Visitors paying respects to the body of North Korea's founder Friday went through security checks and scans in a winding corridor. Their shoes were dusted and disinfected before they stepped through a fierce wind tunnel to sweep away any remaining specs.
After walking through a series of rooms as "The Song of Gen. Kim Il Sung" played in the background, the visitors ascended by elevator to the darkened vestibule where he lies on a bed of black marble, his body draped in red and his eyes closed as though he were simply taking a nap.
They bowed in unison at three points around his body _ at his feet, on his left, and on his right _ beneath the glow of a red light that illuminates his embalmed body.
This journey of pomp and ceremony through the former leader's four-story mausoleum on his birthday reinforces the sense of reverence surrounding Kim.
So revered is the former leader that he remains the nation's "eternal president" 17 years after his death, his beaming face on billboards, portraits and the small pins every North Korean wears affixed to their shirts and jackets.
Kim would have turned 99 on Friday, and his birthday remains the country's most important holiday. It's a day to remember the man who built the nation in the postcolonial, postwar era, and a reminder of the lasting legacy of his blend of socialism and Confucianism even as the communist bloc has largely crumbled around North Korea.
For North Korea's leadership, April 15 _ the "Day of the Sun" _ is also an occasion to rally national pride as the country undergoes a sensitive leadership transition and as tensions with the outside world persist.
After leading North Korea for decades until his death in 1994, Kim was succeeded by son Kim Jong Il in a hereditary succession heralded as the first in the communist world. Now 69, Kim Jong Il is grooming his third son, Kim Jong Un, to eventually assume the mantle of leadership.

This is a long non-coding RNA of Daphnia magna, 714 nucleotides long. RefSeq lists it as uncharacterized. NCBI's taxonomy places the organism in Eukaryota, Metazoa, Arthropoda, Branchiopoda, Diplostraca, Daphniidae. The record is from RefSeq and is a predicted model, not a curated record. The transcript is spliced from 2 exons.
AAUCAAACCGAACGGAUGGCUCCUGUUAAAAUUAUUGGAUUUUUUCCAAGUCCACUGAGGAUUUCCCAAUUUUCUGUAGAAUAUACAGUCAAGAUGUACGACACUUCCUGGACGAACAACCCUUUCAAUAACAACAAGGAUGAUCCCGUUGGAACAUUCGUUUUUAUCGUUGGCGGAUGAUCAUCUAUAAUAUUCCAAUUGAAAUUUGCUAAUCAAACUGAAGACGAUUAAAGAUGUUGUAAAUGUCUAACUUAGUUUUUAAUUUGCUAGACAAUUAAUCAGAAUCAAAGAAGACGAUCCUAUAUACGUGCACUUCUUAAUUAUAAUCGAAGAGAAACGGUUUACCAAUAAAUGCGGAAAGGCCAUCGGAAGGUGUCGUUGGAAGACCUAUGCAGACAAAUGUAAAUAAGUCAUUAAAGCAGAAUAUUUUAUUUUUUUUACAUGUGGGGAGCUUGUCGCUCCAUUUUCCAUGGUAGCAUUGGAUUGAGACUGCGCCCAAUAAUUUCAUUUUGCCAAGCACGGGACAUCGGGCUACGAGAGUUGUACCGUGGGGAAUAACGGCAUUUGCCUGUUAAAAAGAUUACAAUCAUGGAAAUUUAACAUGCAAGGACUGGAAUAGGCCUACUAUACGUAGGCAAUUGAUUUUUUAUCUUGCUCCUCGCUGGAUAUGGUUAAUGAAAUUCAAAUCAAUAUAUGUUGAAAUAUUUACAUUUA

It's widely believed Kim Jong Il will formally bestow the son, who is in his late 20s and is known familiarly in Pyongyang as "the Young General," with top-level posts over the next year confirming his status as the next leader.
At Kim Il Sung's memorial palace, naval officers in blue and young cadets in white socks and heels joined foreign diplomats and ordinary citizens lining up Friday to mourn. The mausoleum sits on a vast expanse of elegantly manicured greenery surrounded by a moat and barbed wire and set off from the front gate by a 1 million-square-foot (100,000-square-meter) plaza.
One North Korean who made the pilgrimage recalled the first time she visited the palace as a university student some three years after his death when it had been transformed into a memorial. She said seeing his body after having grown up watching him on TV every day sent her into a state of shock.
Until then, she had thought of him as a god, she said. Immortal.
The centenary of Kim Il Sung's birth has the leadership spurring the country to strive toward becoming a "great and prosperous nation" in 2012.
It's an ambitious challenge for a country sanctioned by the U.N. and frozen out by a host of nations for developing its nuclear and missile programs, and struggling to feed its people in the wake of decades of economic hardship and one of the harshest winters in history.
That reality is not reflected in the accouterments on display in Kim's palace: his sleek black Mercedes-Benz sedan with blackened windows, as well as the train car personalized with an enormous desk that he used to visit towns and villages across the northern part of the nation.
Outside the plaza, visitors gathered in the broad plaza lined with North Korean flags to take souvenir photos.
One young boy stood solemnly beneath a huge portrait of the late president as his father wiped his nose before crouching down to snap his photo. Schoolchildren in blue uniforms tugged at their red scarves, retying them for a group picture.
A professional photographer instructed a gaggle of women in traditional Korean to look like they were laughing _ an order that brought on a fit of giggles.
Elsewhere in Pyongyang, families made their way to Kim's towering bronze statue on Mansu Hill to lay flowers and bow in unison at his feet. Friday marked the start of a holiday weekend, and the streets were filled with families walking hand-in-hand, enjoying the day off.
Foreign musicians and dancers performing at an international arts festival in Pyongyang took the morning off for some fun by competing against North Koreans in three-legged races. Posters plastered on the walls advertised a magic show promising that planes would disappear before their very eyes.